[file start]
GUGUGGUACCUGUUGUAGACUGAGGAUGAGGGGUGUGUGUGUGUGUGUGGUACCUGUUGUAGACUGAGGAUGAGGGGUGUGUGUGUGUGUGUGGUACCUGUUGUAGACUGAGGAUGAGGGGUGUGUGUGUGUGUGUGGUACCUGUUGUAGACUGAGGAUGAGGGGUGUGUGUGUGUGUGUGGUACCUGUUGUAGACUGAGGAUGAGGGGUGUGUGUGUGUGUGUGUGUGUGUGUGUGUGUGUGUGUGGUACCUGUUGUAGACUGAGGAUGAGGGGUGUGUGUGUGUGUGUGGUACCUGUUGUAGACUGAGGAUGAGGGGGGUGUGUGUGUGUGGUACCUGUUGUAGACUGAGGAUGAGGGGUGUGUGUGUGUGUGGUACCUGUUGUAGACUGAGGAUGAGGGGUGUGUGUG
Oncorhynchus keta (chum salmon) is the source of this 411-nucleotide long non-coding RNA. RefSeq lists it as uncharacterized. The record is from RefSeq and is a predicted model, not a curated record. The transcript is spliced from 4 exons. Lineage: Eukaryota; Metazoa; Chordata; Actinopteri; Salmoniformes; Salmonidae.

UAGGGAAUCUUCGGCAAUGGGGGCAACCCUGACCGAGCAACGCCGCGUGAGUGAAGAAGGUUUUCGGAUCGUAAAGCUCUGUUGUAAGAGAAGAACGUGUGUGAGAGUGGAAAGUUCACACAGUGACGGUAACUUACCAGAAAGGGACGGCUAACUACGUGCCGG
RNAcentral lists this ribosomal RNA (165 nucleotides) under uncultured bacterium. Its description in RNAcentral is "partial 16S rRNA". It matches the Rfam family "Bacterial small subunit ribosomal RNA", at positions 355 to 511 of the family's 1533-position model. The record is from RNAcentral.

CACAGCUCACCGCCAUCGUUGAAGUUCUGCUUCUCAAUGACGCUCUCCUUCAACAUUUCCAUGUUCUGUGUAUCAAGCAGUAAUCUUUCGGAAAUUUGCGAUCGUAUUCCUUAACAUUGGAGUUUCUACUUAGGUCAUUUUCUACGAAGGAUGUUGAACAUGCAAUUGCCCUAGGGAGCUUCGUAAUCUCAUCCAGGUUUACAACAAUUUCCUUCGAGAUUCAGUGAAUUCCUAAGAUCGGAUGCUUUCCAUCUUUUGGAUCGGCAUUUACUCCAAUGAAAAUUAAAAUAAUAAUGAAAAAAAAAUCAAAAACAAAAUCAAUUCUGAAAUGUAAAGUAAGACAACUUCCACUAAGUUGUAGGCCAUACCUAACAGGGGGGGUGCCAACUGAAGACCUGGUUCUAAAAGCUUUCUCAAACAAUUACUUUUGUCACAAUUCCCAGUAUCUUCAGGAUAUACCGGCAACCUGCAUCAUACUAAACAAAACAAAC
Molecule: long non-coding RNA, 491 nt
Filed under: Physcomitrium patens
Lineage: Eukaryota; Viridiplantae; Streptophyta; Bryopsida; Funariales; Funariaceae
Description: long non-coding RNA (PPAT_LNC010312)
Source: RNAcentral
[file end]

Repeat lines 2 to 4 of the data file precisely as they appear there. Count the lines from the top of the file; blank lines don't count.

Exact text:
Oncorhynchus keta (chum salmon) is the source of this 411-nucleotide long non-coding RNA. RefSeq lists it as uncharacterized. The record is from RefSeq and is a predicted model, not a curated record. The transcript is spliced from 4 exons. Lineage: Eukaryota; Metazoa; Chordata; Actinopteri; Salmoniformes; Salmonidae.

UAGGGAAUCUUCGGCAAUGGGGGCAACCCUGACCGAGCAACGCCGCGUGAGUGAAGAAGGUUUUCGGAUCGUAAAGCUCUGUUGUAAGAGAAGAACGUGUGUGAGAGUGGAAAGUUCACACAGUGACGGUAACUUACCAGAAAGGGACGGCUAACUACGUGCCGG
RNAcentral lists this ribosomal RNA (165 nucleotides) under uncultured bacterium. Its description in RNAcentral is "partial 16S rRNA". It matches the Rfam family "Bacterial small subunit ribosomal RNA", at positions 355 to 511 of the family's 1533-position model. The record is from RNAcentral.